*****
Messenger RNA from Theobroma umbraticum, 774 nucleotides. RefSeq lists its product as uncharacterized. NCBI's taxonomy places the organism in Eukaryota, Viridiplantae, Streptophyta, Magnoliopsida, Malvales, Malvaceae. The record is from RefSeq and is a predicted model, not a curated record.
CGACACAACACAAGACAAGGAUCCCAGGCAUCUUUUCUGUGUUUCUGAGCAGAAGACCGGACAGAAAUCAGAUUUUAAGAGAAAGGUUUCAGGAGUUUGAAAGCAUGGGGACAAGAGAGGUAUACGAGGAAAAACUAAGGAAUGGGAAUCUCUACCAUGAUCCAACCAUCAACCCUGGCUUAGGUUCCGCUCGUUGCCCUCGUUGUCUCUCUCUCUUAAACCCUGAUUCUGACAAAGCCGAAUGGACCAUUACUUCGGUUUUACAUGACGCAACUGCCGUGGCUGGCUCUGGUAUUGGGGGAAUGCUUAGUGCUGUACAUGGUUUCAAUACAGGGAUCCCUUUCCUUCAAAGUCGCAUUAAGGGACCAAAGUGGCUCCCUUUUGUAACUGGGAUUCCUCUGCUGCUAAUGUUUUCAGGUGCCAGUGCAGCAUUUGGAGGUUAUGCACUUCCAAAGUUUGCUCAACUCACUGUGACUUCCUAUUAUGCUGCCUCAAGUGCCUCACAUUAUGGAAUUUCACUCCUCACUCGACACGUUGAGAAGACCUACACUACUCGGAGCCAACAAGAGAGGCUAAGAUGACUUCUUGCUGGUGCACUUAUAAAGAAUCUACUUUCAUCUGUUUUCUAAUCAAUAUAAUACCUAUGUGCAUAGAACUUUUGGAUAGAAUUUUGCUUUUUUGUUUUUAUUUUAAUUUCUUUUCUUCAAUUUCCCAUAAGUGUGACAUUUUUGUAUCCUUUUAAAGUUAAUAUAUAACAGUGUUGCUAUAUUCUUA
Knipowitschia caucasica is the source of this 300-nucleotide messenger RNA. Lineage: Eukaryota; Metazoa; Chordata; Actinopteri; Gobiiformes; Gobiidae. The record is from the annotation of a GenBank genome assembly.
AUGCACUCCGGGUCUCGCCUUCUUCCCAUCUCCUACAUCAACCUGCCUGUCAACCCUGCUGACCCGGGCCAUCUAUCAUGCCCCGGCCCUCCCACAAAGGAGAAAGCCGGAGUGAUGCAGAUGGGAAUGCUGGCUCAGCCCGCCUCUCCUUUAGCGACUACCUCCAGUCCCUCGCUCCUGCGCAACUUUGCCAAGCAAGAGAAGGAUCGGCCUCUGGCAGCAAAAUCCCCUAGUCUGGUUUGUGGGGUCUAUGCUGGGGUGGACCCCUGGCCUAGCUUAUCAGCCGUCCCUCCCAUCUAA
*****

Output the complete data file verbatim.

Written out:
Messenger RNA from Theobroma umbraticum, 774 nucleotides. RefSeq lists its product as uncharacterized. NCBI's taxonomy places the organism in Eukaryota, Viridiplantae, Streptophyta, Magnoliopsida, Malvales, Malvaceae. The record is from RefSeq and is a predicted model, not a curated record.
CGACACAACACAAGACAAGGAUCCCAGGCAUCUUUUCUGUGUUUCUGAGCAGAAGACCGGACAGAAAUCAGAUUUUAAGAGAAAGGUUUCAGGAGUUUGAAAGCAUGGGGACAAGAGAGGUAUACGAGGAAAAACUAAGGAAUGGGAAUCUCUACCAUGAUCCAACCAUCAACCCUGGCUUAGGUUCCGCUCGUUGCCCUCGUUGUCUCUCUCUCUUAAACCCUGAUUCUGACAAAGCCGAAUGGACCAUUACUUCGGUUUUACAUGACGCAACUGCCGUGGCUGGCUCUGGUAUUGGGGGAAUGCUUAGUGCUGUACAUGGUUUCAAUACAGGGAUCCCUUUCCUUCAAAGUCGCAUUAAGGGACCAAAGUGGCUCCCUUUUGUAACUGGGAUUCCUCUGCUGCUAAUGUUUUCAGGUGCCAGUGCAGCAUUUGGAGGUUAUGCACUUCCAAAGUUUGCUCAACUCACUGUGACUUCCUAUUAUGCUGCCUCAAGUGCCUCACAUUAUGGAAUUUCACUCCUCACUCGACACGUUGAGAAGACCUACACUACUCGGAGCCAACAAGAGAGGCUAAGAUGACUUCUUGCUGGUGCACUUAUAAAGAAUCUACUUUCAUCUGUUUUCUAAUCAAUAUAAUACCUAUGUGCAUAGAACUUUUGGAUAGAAUUUUGCUUUUUUGUUUUUAUUUUAAUUUCUUUUCUUCAAUUUCCCAUAAGUGUGACAUUUUUGUAUCCUUUUAAAGUUAAUAUAUAACAGUGUUGCUAUAUUCUUA
Knipowitschia caucasica is the source of this 300-nucleotide messenger RNA. Lineage: Eukaryota; Metazoa; Chordata; Actinopteri; Gobiiformes; Gobiidae. The record is from the annotation of a GenBank genome assembly.
AUGCACUCCGGGUCUCGCCUUCUUCCCAUCUCCUACAUCAACCUGCCUGUCAACCCUGCUGACCCGGGCCAUCUAUCAUGCCCCGGCCCUCCCACAAAGGAGAAAGCCGGAGUGAUGCAGAUGGGAAUGCUGGCUCAGCCCGCCUCUCCUUUAGCGACUACCUCCAGUCCCUCGCUCCUGCGCAACUUUGCCAAGCAAGAGAAGGAUCGGCCUCUGGCAGCAAAAUCCCCUAGUCUGGUUUGUGGGGUCUAUGCUGGGGUGGACCCCUGGCCUAGCUUAUCAGCCGUCCCUCCCAUCUAA